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Cabinet Photograph

D. J. Eddy - Photographer

41 Norman Road, St. Leonard's on Sea, Sussex, England

c. 1901


Seaman Gunner Henry Stephen Walker (standing) of the Royal Navy and his younger brother Frederick Thomas Walker of the 7th Hussars (seated) posed together posed for this cabinet photograph at their hometown of St. Leonard’s on Sea, Hastings sometime around 1900. Both men are identified on the photograph's reverse side in an ink inscription.


The brothers were two of at least nine children born to William Edmund Walker and Charlotte Emily Blaker with Henry being born around 1878 and Frederick about 1880.


At the time this photograph was taken Henry had been in the Royal Navy long enough to have become a qualified Seaman Gunner the badge for which he wears on his right sleeve. Unfortunately, his cap is not to be seen in the photograph and its inclusion may have shed light on which ship he was serving at the time.


19-year-old Frederick Thomas Walker attested with the Corps of Hussars of the Line at his hometown on 16 March 1899 and was immediately assigned to the 7th Hussars as Private No. 4628. Frederick's service papers while brief, show no negative entries and show him being entitled to issuances of good conduct pay on two occasions. The first was on 16 March 1901 and the second on 1 April 1904. While his final conduct status is not shown in his papers it might be assumed that it was exemplary.


He was appointed paid lance corporal on 25 August 1902 and promoted corporal on 16 August 1903. Walker left active duty and was transferred to the Army Reserve on 16 March 1906. His final discharge from the reserves took place on 15 March 1911 by which time he had accumulated exactly 12 years of total service time.


Frederick Walker’s only overseas service took place during the Anglo-Boer War and he served in South Africa with the 7th Hussars from 30 November 1901 until 15 March 1906 when he was transferred to the reserves. His military history sheet initially shows him being entitled to both the Queen’s and King’s South Africa Medals but the King’s Medal entry was crossed out at a later time. The Queen's South Africa Medal roll confirms this change and shows him as being entitled to the single medal with the following clasps: “Cape Colony”, “Orange Free State”, “Transvaal”, “South Africa – 1901” and “South Africa – 1902”. After the war, but while still in South Africa Walker earned 3rd and 2nd class certificates of education in 1903 and 1904.


In 1911 Frederick Walker was employed in his hometown as a postal carrier - an occupation that many former service members took up after discharge. Curiously, while Frederick is listed as being married his wife is not enumerated on the census form.


During the Great War Frederick served as Private No. 27831 in the 3rd Reserve Cavalry Regiment. He enlisted on 19 August 1916 and was discharged on 4 December 1918, He did not deploy overseas and was issued Silver War Badge no. B66637.



Born on 7 August 1878 at St. Leonard’s, Sussex, Henry Stephen Walker enlisted in the Royal Navy as No. 176505 on his birthday in 1896.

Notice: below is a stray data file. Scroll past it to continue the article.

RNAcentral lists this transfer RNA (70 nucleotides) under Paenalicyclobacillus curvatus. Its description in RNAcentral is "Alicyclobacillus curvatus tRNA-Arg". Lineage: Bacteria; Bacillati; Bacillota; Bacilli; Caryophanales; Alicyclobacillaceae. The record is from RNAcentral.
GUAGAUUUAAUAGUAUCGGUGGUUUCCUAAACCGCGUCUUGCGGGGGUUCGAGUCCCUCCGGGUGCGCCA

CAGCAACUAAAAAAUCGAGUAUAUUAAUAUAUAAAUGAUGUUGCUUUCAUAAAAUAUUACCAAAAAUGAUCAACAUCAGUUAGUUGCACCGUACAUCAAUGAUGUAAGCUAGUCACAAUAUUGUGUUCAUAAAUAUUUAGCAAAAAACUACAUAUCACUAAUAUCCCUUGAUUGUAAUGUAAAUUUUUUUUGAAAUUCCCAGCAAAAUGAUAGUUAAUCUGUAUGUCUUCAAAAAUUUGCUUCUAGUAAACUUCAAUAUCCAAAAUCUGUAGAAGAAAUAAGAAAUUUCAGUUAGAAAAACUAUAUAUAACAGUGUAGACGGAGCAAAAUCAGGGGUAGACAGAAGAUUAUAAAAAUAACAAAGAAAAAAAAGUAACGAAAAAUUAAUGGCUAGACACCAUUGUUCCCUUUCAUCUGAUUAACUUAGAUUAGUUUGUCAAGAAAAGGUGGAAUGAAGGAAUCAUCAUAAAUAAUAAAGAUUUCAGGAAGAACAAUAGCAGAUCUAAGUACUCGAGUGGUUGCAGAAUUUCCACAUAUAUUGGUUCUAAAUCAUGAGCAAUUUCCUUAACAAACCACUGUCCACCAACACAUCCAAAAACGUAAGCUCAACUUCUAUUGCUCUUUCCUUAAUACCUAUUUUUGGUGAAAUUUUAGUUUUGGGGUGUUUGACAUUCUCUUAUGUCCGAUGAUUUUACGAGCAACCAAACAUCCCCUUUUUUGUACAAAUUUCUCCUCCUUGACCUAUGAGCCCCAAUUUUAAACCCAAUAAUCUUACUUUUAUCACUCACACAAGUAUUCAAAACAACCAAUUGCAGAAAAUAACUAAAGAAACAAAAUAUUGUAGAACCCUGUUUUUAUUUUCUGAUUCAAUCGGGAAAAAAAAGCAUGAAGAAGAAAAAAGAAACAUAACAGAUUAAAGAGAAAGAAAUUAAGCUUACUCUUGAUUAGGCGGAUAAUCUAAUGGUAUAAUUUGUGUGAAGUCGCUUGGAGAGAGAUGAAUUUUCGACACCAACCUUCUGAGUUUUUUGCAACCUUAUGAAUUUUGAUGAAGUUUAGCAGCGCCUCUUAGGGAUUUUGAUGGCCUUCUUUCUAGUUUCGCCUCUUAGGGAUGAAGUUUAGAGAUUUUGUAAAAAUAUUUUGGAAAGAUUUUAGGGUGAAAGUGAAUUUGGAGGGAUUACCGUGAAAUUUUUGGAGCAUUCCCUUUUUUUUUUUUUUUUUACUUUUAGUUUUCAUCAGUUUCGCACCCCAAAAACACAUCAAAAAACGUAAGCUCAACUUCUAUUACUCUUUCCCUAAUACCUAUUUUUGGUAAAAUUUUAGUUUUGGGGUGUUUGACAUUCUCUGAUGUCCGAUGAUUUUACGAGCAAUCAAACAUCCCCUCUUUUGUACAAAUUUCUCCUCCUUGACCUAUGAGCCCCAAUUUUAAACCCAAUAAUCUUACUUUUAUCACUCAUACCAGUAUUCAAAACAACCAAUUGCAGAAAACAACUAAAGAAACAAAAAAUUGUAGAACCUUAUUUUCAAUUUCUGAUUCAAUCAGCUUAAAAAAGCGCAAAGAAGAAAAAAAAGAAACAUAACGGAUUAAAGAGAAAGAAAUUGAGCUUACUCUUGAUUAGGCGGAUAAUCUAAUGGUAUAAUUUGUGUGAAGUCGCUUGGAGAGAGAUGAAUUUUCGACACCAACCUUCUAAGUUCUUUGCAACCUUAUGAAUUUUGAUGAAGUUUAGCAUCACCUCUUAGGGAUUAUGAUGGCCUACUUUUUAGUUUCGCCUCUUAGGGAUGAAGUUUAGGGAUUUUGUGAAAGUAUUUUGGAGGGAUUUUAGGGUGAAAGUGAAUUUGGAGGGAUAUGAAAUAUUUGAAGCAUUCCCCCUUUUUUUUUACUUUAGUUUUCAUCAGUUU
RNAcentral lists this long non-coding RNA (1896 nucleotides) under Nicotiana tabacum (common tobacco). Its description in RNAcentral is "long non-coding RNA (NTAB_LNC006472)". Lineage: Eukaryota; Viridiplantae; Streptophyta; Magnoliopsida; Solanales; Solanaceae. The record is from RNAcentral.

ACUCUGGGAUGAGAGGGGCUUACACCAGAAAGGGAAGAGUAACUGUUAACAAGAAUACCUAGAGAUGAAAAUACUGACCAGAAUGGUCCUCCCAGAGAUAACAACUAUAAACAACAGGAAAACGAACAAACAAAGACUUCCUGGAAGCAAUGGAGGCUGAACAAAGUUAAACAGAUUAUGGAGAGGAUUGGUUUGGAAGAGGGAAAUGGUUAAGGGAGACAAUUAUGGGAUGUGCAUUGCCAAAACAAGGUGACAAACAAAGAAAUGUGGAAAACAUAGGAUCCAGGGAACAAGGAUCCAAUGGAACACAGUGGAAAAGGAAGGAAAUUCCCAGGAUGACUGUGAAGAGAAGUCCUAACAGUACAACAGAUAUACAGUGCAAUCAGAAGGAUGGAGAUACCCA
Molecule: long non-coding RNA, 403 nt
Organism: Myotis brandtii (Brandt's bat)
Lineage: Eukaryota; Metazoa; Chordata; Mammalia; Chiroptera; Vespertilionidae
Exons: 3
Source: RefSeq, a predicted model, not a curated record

His statement of service while detailed is hard to read but he appears to have served on no less than 18 vessels and shore establishments through 1922. These include but are not limited to HMS St. Vincent, HMS Australia, HMS Excellent, HMS Resolution, HMS Victory, HMS Camperdown, HMS Duke of Wellington, HMS Venom, HMS Agincourt, and HMY Victoria & Albert.


He was promoted to able seaman on 1 November 1897 and then to leading seaman on 18 June 1905. Walker was reduced to able seaman (rigger) on 22 September 1906. Promoted to petty officer on 1 October 1918, he retained this rating until discharged on 31 May 1923.


Royal Navy medal rolls for the Great War, show No. 176505 Petty Officer Henry S. Walker being entitled to the Star (not specifying either the 1914 or the 1914-15) and the British War and Victory Medals. Applicable award criteria mean that the unspecified star award was the 1914-15 Star. His statement of service shows him serving on the dreadnought battleship Agincourt for virtually the entire war from 4 August 1914 to 30 January 1919.


Walker took part in the Battle of Jutland while the Agincourt was attached to the 1st Battle Squadron, 6th Division. During the battle, the Agincourt engaged an unidentified German battlecruiser and a Kaiser-class battleship. The Agincourt also evaded two German destroyer launched torpedoes. Walker also witnessed the surrender of the German High Seas Fleet at Scapa Flow from the deck of the Agincourt on 21 November 1918.


Walker finished out his naval career onboard the royal yacht HMY Victoria & Albert.


Henry Walker married Alice Bertha Farndell in July 1902 at Westbourne, Sussex. The couple had two children: Stephen William Charles (b. 1904) and Irene Constance (b. 1907). The 1939 census for Portsmouth shows Walker employed as a painter. He passed away at Portsmouth in March 1960.


In this photograph the photographer has carefully retouched both men's hair to make it stand out a bit more.

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